We're inclined to think that it's the open design. Since they don't have to compress air behind the small drivers as they move back, or rarefy it they move forward, they presumably had an easier job of it (note that the driver suspensions are designed with the end use in mind, so they'd have a stiffer suspension than those designed for sealed headphones).
Whatever the reason, they did a particularly good job with recordings that manage the trick of being both busy, yet cleanly recorded. Primus Recordings, for example, in which each drum stroke was delivered with precision, had no sense of dynamic compression and no additional noise generated by the headphones.
Tonally, they were very well balanced and tended for that reason to sound unremarkable. The bass was full and extended, but well controlled. One podcast that we listened to with these headphones had some spurious noise: a strange kind of rumble sitting underneath the voices for its length, which was all too apparent. A quick examination of the source file revealed that this noise was in the 30 to 40 hertz range, which is right at the bottom for almost all music (some synth and pipe organs excepted).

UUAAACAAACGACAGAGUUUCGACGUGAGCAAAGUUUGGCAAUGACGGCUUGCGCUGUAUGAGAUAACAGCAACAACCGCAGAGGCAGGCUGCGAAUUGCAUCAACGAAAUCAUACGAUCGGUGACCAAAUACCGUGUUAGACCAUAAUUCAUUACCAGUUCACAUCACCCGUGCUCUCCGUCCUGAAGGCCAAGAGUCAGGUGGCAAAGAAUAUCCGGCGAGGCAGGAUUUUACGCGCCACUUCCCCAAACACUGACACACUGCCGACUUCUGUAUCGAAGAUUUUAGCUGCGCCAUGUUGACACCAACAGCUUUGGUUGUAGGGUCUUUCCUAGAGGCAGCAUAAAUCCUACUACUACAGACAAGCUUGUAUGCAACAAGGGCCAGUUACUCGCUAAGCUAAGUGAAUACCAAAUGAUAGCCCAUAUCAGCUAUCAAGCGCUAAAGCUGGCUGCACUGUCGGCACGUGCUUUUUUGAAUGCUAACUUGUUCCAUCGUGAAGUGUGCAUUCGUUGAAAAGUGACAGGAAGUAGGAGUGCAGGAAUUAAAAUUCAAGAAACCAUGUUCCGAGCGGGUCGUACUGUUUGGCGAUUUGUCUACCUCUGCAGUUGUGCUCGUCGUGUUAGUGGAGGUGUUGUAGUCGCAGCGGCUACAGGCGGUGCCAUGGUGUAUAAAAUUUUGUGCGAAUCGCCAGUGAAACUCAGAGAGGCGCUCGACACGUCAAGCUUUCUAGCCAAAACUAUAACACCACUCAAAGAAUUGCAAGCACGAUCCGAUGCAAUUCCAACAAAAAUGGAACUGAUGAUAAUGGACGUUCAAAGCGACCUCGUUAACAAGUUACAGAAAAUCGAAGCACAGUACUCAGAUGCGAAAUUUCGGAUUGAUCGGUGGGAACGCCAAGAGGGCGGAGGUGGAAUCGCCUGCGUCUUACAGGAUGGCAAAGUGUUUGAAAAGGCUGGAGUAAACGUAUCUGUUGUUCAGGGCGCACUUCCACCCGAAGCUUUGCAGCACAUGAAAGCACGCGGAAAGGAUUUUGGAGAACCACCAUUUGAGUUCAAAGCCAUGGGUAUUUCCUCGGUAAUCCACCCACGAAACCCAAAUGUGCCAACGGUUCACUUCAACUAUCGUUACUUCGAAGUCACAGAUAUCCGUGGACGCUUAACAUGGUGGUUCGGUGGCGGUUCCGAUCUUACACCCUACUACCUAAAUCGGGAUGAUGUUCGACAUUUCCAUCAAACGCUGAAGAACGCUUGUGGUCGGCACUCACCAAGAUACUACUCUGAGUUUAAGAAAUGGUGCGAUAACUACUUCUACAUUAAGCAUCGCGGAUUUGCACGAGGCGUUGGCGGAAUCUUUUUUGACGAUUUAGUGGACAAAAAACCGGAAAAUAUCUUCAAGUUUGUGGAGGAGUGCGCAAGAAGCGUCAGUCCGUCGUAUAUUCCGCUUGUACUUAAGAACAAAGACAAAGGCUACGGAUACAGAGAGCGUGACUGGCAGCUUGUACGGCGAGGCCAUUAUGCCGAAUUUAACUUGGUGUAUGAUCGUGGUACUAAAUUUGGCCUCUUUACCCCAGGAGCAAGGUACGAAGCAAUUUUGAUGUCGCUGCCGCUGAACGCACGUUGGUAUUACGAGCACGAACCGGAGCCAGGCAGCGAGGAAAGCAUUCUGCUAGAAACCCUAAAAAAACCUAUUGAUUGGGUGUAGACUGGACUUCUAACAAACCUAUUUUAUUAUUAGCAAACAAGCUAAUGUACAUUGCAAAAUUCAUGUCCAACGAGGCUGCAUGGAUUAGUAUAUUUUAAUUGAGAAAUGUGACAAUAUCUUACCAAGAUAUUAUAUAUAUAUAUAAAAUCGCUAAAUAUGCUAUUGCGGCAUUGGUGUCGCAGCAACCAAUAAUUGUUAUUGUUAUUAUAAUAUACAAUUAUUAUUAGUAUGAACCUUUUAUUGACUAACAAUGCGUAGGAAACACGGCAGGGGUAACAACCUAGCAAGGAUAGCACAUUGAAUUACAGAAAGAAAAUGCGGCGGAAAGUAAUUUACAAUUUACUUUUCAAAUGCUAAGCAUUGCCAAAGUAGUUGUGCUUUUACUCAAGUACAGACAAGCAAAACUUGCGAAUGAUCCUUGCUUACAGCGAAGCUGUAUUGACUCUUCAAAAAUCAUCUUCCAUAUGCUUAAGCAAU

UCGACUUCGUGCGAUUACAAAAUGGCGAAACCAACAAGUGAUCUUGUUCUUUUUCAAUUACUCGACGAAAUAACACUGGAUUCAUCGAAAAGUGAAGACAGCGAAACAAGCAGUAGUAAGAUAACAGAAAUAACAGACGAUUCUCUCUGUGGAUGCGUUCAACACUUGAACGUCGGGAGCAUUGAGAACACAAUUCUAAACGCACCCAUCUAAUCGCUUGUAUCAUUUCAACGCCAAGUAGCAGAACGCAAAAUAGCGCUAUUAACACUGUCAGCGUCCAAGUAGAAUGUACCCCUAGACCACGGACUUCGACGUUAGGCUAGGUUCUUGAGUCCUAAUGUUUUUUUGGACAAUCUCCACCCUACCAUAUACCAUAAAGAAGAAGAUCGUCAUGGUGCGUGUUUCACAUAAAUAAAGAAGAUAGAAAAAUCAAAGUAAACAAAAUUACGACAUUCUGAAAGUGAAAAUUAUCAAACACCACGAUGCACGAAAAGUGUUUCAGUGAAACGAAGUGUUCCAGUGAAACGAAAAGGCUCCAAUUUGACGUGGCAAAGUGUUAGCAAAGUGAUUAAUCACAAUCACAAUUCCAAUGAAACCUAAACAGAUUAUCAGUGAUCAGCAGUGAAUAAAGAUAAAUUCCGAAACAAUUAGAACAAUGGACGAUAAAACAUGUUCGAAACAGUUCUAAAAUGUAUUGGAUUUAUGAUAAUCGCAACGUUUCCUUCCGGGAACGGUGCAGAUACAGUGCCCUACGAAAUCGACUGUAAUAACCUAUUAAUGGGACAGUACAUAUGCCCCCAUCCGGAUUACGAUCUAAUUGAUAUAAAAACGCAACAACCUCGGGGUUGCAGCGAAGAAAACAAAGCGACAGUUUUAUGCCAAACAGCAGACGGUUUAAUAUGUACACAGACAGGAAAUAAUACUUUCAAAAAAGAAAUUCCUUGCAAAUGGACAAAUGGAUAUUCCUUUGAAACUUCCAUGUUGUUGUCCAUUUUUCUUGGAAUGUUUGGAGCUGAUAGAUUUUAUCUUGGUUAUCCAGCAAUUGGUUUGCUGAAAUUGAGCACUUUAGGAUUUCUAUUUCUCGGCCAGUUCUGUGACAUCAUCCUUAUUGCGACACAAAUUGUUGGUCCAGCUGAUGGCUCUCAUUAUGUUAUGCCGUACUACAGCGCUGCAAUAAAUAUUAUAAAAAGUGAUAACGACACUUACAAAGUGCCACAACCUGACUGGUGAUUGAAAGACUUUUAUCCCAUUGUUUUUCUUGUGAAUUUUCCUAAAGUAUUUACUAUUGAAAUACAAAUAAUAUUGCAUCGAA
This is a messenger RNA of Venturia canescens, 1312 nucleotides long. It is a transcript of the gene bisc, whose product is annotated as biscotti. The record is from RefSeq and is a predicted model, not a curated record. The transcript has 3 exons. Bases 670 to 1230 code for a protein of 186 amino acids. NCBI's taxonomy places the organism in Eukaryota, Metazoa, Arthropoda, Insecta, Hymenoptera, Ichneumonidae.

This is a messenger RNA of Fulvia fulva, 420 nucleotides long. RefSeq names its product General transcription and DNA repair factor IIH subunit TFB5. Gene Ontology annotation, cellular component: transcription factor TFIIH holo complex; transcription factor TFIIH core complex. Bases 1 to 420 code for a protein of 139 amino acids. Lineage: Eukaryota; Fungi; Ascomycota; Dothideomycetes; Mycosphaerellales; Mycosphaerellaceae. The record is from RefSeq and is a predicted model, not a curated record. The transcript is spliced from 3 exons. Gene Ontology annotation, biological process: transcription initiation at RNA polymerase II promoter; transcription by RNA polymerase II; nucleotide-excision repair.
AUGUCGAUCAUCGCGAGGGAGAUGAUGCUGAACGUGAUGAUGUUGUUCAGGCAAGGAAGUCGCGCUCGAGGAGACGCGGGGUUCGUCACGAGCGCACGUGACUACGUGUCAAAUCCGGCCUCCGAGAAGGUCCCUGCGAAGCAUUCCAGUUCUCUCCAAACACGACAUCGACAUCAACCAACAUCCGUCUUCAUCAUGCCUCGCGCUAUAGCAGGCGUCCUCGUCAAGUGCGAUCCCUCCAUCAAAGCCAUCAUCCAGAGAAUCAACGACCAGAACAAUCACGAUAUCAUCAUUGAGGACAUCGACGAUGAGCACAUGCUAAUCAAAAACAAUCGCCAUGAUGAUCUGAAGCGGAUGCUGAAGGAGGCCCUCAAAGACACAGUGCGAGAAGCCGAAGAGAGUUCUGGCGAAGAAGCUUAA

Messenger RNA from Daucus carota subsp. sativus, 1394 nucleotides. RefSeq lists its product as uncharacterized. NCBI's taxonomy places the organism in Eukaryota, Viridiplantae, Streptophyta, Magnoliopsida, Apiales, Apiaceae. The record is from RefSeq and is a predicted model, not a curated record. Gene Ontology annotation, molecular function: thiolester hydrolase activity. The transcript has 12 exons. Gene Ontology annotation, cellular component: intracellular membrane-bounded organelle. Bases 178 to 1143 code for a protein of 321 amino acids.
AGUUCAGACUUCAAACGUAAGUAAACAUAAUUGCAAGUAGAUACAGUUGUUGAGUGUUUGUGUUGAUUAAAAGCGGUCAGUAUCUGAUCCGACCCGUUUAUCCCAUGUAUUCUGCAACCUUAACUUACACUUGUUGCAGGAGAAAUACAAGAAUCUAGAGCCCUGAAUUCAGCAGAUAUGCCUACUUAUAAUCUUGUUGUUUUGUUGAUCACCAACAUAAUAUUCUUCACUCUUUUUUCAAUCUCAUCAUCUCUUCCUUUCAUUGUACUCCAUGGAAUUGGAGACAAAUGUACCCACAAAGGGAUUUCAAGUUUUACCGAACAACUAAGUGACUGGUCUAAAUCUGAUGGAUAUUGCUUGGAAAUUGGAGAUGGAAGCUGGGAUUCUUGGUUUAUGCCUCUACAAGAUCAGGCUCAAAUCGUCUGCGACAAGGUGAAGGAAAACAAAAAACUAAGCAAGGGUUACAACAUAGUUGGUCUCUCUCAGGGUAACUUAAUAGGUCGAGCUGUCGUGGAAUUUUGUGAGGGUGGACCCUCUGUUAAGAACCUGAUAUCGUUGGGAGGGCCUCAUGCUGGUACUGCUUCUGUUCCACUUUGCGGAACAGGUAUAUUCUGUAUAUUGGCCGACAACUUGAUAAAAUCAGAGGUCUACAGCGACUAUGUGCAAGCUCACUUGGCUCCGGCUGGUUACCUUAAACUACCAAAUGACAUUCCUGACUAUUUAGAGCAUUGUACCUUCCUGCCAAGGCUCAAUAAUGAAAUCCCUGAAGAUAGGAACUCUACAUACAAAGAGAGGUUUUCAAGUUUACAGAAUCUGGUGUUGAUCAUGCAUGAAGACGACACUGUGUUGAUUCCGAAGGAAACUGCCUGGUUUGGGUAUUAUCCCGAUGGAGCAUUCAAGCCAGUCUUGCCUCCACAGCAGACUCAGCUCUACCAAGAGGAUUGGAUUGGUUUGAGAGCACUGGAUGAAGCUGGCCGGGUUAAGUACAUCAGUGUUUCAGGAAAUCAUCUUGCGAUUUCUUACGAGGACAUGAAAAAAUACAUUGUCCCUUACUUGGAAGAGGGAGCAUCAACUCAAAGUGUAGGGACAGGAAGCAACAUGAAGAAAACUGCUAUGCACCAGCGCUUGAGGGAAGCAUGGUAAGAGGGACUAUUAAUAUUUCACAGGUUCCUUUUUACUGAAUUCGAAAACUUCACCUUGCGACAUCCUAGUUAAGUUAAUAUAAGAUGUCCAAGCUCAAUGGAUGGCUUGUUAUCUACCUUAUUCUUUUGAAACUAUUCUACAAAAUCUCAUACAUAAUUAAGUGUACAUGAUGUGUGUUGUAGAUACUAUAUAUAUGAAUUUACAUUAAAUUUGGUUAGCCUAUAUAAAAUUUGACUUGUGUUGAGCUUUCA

Meanwhile, the midrange and upper frequencies were smooth and well balanced. Nick Cave's voice was clean without that peaky zing, threatening sibilance, that afflicts many headphones.
And with less forthright music, there was a pleasant airiness in the sound, as though the source of the sound was at some distance instead of pressed against your ears.
Add all that to the low price of under AU$130 and the Koss lifetime warranty, and the Koss Porta Pro KTC headphones are an excellent buy.